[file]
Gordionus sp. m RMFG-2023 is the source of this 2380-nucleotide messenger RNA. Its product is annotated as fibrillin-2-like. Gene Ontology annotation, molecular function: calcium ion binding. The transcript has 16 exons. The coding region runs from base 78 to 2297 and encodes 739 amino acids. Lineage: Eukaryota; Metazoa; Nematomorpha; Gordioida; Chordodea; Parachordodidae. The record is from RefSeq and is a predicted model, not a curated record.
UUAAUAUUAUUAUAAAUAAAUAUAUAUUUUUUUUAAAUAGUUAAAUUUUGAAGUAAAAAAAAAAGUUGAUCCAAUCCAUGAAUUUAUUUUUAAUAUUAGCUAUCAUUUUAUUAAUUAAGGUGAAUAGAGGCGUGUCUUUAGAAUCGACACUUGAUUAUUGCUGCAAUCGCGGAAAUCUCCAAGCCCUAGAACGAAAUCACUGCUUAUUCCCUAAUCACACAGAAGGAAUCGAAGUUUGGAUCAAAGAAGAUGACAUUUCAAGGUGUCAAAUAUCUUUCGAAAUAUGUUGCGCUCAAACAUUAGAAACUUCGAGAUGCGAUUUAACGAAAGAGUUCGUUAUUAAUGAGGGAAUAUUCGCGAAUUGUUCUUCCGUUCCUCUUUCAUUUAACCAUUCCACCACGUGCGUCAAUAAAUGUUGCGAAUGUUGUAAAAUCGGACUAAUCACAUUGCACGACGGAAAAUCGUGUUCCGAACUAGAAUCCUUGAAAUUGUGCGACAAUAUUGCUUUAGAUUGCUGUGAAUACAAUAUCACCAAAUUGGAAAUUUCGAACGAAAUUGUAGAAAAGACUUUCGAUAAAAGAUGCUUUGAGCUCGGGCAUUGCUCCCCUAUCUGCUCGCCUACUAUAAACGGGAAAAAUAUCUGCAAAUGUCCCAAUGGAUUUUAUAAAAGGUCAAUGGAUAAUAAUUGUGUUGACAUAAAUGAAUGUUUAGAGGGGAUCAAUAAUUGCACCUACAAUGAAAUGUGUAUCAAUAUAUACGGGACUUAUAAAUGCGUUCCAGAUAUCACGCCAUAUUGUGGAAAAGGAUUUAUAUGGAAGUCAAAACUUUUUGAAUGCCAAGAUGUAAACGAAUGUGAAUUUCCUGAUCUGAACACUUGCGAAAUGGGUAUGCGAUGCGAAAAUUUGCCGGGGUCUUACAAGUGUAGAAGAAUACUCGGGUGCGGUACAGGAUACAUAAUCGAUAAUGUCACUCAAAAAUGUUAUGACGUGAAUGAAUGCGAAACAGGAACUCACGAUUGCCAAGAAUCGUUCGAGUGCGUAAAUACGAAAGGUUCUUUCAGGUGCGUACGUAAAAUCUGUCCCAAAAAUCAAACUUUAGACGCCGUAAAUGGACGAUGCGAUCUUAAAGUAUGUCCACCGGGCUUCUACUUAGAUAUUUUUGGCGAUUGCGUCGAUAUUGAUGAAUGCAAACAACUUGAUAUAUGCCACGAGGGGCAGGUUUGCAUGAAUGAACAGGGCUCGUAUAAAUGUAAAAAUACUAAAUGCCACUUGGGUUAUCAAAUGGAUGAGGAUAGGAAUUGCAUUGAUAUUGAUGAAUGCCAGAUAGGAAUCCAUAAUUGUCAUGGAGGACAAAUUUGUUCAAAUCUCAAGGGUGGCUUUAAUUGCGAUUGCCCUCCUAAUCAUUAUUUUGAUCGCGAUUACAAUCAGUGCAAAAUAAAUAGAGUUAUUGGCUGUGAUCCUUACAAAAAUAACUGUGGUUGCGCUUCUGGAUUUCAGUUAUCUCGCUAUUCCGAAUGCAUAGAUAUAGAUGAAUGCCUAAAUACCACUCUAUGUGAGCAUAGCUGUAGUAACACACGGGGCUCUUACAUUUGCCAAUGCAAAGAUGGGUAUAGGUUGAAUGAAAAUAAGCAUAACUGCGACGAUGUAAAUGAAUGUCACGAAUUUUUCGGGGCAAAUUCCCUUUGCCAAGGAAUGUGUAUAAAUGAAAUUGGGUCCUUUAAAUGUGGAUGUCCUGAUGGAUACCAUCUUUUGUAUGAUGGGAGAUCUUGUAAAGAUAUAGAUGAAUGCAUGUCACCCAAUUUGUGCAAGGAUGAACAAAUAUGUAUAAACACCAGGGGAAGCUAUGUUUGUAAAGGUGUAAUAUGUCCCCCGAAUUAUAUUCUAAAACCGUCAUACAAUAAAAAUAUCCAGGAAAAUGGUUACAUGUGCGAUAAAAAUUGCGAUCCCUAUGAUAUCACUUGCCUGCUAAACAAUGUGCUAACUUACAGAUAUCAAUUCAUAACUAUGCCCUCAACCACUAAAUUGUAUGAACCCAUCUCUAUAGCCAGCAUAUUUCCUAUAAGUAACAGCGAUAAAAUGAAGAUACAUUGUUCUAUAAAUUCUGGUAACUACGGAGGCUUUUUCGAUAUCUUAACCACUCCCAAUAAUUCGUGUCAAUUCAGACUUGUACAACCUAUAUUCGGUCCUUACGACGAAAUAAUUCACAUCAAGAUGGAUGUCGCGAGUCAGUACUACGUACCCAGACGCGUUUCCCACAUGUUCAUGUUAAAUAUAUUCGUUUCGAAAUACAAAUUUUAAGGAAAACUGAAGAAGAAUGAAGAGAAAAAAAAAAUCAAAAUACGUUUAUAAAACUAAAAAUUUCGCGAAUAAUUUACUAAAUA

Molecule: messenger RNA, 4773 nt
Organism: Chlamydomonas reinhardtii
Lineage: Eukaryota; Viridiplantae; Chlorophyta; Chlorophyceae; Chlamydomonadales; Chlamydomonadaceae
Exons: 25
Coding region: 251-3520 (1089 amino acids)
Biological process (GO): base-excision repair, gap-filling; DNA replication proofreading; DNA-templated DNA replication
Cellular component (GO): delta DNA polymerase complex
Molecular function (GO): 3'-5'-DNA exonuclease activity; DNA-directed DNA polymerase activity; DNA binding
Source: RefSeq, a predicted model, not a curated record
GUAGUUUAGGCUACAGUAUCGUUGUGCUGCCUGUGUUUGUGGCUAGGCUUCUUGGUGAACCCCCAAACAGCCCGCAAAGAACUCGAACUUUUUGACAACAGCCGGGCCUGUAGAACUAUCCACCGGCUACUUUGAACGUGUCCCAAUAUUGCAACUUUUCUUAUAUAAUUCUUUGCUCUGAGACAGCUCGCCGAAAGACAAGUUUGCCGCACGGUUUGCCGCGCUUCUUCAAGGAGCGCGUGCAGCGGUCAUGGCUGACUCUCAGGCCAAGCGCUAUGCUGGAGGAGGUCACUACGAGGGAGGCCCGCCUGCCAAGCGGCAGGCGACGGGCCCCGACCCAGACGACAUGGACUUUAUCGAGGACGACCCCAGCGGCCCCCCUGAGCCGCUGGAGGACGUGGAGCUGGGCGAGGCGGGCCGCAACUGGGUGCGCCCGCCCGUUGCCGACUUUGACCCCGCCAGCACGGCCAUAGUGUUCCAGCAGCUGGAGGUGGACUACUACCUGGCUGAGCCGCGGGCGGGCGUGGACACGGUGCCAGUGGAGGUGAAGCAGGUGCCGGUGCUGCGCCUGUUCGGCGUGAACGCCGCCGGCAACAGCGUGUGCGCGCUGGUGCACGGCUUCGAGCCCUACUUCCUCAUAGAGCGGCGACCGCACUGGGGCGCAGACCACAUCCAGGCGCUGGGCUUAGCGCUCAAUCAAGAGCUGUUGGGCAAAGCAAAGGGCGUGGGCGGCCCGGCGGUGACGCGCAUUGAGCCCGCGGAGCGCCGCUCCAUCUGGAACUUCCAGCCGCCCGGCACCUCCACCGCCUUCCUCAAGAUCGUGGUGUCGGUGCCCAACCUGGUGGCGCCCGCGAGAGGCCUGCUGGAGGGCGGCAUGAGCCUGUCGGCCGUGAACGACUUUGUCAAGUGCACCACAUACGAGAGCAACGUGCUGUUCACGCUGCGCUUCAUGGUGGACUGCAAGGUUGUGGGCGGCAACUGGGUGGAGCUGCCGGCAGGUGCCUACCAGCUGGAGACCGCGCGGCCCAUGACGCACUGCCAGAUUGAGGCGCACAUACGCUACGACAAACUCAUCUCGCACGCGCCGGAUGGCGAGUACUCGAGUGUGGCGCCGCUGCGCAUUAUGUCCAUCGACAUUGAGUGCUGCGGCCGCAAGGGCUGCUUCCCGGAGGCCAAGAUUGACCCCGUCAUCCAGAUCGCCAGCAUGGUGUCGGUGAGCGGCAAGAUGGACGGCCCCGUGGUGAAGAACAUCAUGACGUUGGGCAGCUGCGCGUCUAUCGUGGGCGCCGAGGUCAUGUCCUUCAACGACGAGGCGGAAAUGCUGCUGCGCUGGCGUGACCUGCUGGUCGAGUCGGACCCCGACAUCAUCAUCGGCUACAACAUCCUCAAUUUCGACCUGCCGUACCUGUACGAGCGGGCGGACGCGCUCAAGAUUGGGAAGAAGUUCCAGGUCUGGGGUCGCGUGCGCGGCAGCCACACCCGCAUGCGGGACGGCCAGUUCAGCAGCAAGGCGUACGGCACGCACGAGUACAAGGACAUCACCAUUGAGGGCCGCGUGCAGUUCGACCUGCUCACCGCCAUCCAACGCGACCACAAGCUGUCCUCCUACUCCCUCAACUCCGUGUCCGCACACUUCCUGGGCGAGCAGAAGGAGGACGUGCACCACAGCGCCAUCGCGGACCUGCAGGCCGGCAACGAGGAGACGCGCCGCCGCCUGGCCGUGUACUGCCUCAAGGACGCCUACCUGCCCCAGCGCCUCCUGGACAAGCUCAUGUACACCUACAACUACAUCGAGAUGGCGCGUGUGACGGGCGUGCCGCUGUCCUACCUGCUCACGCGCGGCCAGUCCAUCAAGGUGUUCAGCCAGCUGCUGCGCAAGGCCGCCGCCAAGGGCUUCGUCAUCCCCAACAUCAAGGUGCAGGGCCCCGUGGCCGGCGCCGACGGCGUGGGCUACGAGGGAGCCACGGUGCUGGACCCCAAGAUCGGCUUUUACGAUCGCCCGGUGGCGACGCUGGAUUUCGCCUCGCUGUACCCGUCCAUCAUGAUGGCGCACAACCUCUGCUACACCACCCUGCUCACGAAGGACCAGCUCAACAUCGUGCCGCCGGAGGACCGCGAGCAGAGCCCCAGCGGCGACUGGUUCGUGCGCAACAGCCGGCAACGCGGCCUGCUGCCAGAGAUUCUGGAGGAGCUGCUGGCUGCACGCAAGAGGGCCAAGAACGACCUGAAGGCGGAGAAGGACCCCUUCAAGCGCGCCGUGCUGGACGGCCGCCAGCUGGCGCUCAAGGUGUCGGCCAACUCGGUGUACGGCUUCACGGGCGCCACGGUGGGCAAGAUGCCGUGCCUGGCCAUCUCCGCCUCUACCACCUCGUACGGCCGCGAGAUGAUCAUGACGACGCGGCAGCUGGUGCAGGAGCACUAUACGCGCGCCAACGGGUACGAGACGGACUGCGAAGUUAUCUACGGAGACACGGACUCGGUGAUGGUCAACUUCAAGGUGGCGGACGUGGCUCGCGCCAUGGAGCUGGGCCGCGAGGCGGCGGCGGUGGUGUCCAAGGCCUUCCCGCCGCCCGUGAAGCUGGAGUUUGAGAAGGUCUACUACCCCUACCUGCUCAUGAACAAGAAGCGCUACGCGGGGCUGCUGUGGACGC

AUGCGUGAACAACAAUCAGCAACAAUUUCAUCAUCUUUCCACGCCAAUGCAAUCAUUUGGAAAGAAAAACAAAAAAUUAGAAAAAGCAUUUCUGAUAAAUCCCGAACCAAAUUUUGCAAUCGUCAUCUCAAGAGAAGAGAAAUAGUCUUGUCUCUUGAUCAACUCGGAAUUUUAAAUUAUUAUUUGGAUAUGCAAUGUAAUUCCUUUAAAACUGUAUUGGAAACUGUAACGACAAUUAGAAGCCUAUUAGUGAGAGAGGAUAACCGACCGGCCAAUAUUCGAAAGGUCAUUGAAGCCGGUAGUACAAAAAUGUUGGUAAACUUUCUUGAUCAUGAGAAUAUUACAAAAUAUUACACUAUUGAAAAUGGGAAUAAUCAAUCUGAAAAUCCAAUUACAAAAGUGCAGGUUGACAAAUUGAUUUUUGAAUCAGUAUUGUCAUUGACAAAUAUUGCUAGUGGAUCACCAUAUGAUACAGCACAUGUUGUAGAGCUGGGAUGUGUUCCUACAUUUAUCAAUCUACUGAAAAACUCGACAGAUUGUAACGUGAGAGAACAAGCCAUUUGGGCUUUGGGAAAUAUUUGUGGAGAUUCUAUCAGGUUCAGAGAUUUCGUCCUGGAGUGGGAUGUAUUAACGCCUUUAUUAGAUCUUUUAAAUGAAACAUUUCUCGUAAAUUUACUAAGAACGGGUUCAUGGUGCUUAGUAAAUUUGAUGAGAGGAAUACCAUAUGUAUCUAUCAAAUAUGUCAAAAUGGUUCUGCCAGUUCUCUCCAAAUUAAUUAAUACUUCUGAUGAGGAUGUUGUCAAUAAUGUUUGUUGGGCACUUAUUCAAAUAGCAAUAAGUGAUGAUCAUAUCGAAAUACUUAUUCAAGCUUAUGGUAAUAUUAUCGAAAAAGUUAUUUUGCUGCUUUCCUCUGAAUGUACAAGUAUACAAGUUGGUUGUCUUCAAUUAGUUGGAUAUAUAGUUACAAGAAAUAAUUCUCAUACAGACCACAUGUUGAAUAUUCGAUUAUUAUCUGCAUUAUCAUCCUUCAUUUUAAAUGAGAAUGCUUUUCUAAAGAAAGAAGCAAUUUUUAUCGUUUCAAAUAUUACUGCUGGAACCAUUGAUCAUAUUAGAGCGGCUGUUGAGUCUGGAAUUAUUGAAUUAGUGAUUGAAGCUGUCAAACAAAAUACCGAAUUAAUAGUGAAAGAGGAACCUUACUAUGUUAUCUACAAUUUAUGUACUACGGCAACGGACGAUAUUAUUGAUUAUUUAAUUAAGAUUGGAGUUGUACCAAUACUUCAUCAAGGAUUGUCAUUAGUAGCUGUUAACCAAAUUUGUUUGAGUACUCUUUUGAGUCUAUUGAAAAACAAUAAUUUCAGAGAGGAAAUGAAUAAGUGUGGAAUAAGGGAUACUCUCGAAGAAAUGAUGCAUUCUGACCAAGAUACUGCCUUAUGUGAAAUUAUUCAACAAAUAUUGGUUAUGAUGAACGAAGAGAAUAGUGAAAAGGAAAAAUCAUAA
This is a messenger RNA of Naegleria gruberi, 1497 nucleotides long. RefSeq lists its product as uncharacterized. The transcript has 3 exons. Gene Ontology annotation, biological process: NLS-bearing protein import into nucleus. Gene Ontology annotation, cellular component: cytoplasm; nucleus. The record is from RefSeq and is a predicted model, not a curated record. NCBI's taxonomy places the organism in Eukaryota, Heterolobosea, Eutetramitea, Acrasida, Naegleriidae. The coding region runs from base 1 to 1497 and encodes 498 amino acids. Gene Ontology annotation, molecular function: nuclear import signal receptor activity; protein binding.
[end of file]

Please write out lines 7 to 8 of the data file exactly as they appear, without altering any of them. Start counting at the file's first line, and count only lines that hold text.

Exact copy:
Coding region: 251-3520 (1089 amino acids)
Biological process (GO): base-excision repair, gap-filling; DNA replication proofreading; DNA-templated DNA replication